The book reveals the alarming to which the Vatican were involved in helping known war criminals obtain travel permits and passports under assumed names, more as a move against communism than as a direct support of what the Nazis had been doing, and also how, to some extent both Britain and the US were also guilty of turning a blind eye to some of the people who were fleeing as attention started to focus more on the beginning of the Cold War.

The Real Odessa is a goldmine of information and demonstrates quite clearly how a small group of like-minded people with power and influence in Argentina were able to harbour some of the biggest war criminals of the Second World War with practically no intervention from the rest of the world. Highly recommended.

May 20, 2009

Shibuya Crossing

Yenyeni - Mombasa
Neveen - Salah Ragab
Something Going On - Dojo Cuts feat Roxie Ray
Momma Momma - Betty Barney
Goodbye Monster - Contemporary Noise Quintet
The Blessing Song - Shirley Eubanks Ensemble
The Sky - Lorenzo Tucci
Bennie's Groove - Finn Mickleborg's Kvintet
Juan-Les Pins - Staffen Abeleen Quintet
Shibuya Crossing - LTC

May 17, 2009

May 10, 2009


From Kinugawa Onsen it is a short train ride to Nikko, famous worldwide for its temples and shrines and also its hot springs. Most visitors travelling up from Tokyo arrive at the Tobu Nikko Station, but a couple of hundred metres away is the rather more picturesque, but older JR Nikko Station which dates back a hundred years or so.
Under the station entrance is an artist's impression of the roaring dragon, one of the features of the Toshogu Shrine, though it has to be said that this version isn't a patch on the huge charcoal image on the ceiling of the shrine.

The river that runs through Nikko is both very wide and heavily sculpted in true Japanese fashion with concrete and stone weirs and walls. Building up river banks in either stone or concrete is a common feature to be seen all around the country. It is both a lengthy and costly process, which no doubt keeps many contractors happy.
The main attraction in Nikko is the Nikko Sannai area which is home to some very famous and culturally important shrines and temples that have been recognised as World Heritage sites. The first place to see is Rinnoji, a temple complex originally established in the eighth century.

Inside the main building there is the huge Three Buddha Hall, with (obviously) a trio of huge statues of Buddha in different poses.

After leaving the grounds of the complex, there is a dusty road leading up to the entrance of Toshogu, a shrine dedicated to Ieyasu Tokugawa, founder of the Tokugawa Shogunate which heralded the start of the Edo period.
As well as being historically significant, the whole complex is filled absolutely amazing examples of traditional Japanese architecture and craftsmanship, such as the five-storey pagoda.

Another of the famous features of Toshogu are the relief carvings of the Three Wise Monkeys on the Sacred Stable building.

The next of the really famous views at Toshogu is the Yomei-mon Gate which features an incredible amount of detail in its relief carvings, meaning you could easily spend an hour or more looking at each part of the gateway.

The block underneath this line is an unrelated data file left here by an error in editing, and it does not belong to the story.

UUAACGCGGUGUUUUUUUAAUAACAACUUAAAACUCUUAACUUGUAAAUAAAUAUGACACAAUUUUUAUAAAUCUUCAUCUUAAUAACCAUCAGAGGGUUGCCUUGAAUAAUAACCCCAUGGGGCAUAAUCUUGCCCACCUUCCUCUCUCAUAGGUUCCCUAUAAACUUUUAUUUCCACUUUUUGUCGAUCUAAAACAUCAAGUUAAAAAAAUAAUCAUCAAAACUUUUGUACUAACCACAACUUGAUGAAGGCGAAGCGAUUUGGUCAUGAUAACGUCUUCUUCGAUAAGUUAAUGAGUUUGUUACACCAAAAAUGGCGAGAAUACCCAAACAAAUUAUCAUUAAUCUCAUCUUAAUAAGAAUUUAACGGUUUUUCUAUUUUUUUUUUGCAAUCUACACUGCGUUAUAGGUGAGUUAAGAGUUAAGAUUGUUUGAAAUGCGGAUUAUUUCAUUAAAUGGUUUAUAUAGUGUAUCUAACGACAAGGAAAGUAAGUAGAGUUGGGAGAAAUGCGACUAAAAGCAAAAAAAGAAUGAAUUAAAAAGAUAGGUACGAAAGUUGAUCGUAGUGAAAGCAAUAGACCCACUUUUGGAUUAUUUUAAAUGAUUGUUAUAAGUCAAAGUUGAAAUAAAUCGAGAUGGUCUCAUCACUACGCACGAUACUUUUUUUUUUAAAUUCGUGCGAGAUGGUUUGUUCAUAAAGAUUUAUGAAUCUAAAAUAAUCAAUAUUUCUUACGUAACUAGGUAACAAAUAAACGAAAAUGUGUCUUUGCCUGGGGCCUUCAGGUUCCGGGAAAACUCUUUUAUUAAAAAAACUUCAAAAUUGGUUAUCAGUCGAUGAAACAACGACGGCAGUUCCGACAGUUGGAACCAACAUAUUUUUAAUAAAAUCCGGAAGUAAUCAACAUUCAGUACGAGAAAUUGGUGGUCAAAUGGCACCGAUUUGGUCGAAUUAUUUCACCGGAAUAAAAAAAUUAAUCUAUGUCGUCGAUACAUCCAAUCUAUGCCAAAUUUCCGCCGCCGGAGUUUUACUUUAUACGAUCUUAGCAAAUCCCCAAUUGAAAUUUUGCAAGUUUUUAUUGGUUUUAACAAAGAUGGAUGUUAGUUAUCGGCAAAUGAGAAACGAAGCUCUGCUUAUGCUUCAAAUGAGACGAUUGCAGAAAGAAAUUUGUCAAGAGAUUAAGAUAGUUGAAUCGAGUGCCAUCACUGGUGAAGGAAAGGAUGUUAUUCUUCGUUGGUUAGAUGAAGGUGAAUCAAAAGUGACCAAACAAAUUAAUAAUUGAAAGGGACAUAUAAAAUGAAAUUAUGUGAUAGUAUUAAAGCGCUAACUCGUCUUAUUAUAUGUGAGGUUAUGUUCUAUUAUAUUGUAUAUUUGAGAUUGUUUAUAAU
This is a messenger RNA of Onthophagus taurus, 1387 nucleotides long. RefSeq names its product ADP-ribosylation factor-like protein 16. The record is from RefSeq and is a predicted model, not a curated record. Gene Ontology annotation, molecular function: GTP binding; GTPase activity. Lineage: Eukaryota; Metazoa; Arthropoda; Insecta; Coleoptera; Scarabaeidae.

There are so many fine examples of detailed carvings and bright colours on show that it's difficult to know where to focus your attention as you try to take in as much as possible on your way through the complex.

Above the shrine is the tomb of Ieyasu Tokugawa, and to get there you have to pass through the Sakushita-mon Gate, famous for the carving of the Sleeping Cat. This ornate carving is actually quite small, but is deemed a national treasure as it is supposed to prevent any evil spirits gaining access to the tomb.
After passing through the gate there is a long climb up two hundred stone steps to the tomb.
Next to the tomb is the wishing tree, what's left of an old cedar tree which dates back a few centuries.

Even after the splendour of Toshogu, there is still more to see, and the next place on the itinerary is Futarasan Shrine, again dating back some twelve centuries or so.

Like all shrines, there are different ways to tell your fortune. In this Wheel of Fortune-style example, you spin the wheel and your fortune is determined by which type of snack lands in front of the arrow. No doubt a more recent addition to the shrine.

The last area to visit in the Nikko Sannai area is the Rinnoji Taiyuin Temple, which is also the mausoleum of the third Tokugawa shogun Iemitsu Tokugawa.
All of the gates are guarded on the left and right hand side, both inside and out by elaborately carved statues of different gods.

To summarise, it's difficult to express in words just how impressive the whole area is and for anyone visiting Japan, this has to be a must on the itinerary.
Temple-hopping is thirsty work, so after taking the bus back into town it was time for some refreshing kaki-gori (shaved ice).
A nice contrast of colours and textures which caught my eye.A Showa period sign outside a shop that had long since gone out of business.
Being just about two hours away from Tokyo, Nikko is well worth a visit for anyone who hasn't done so before.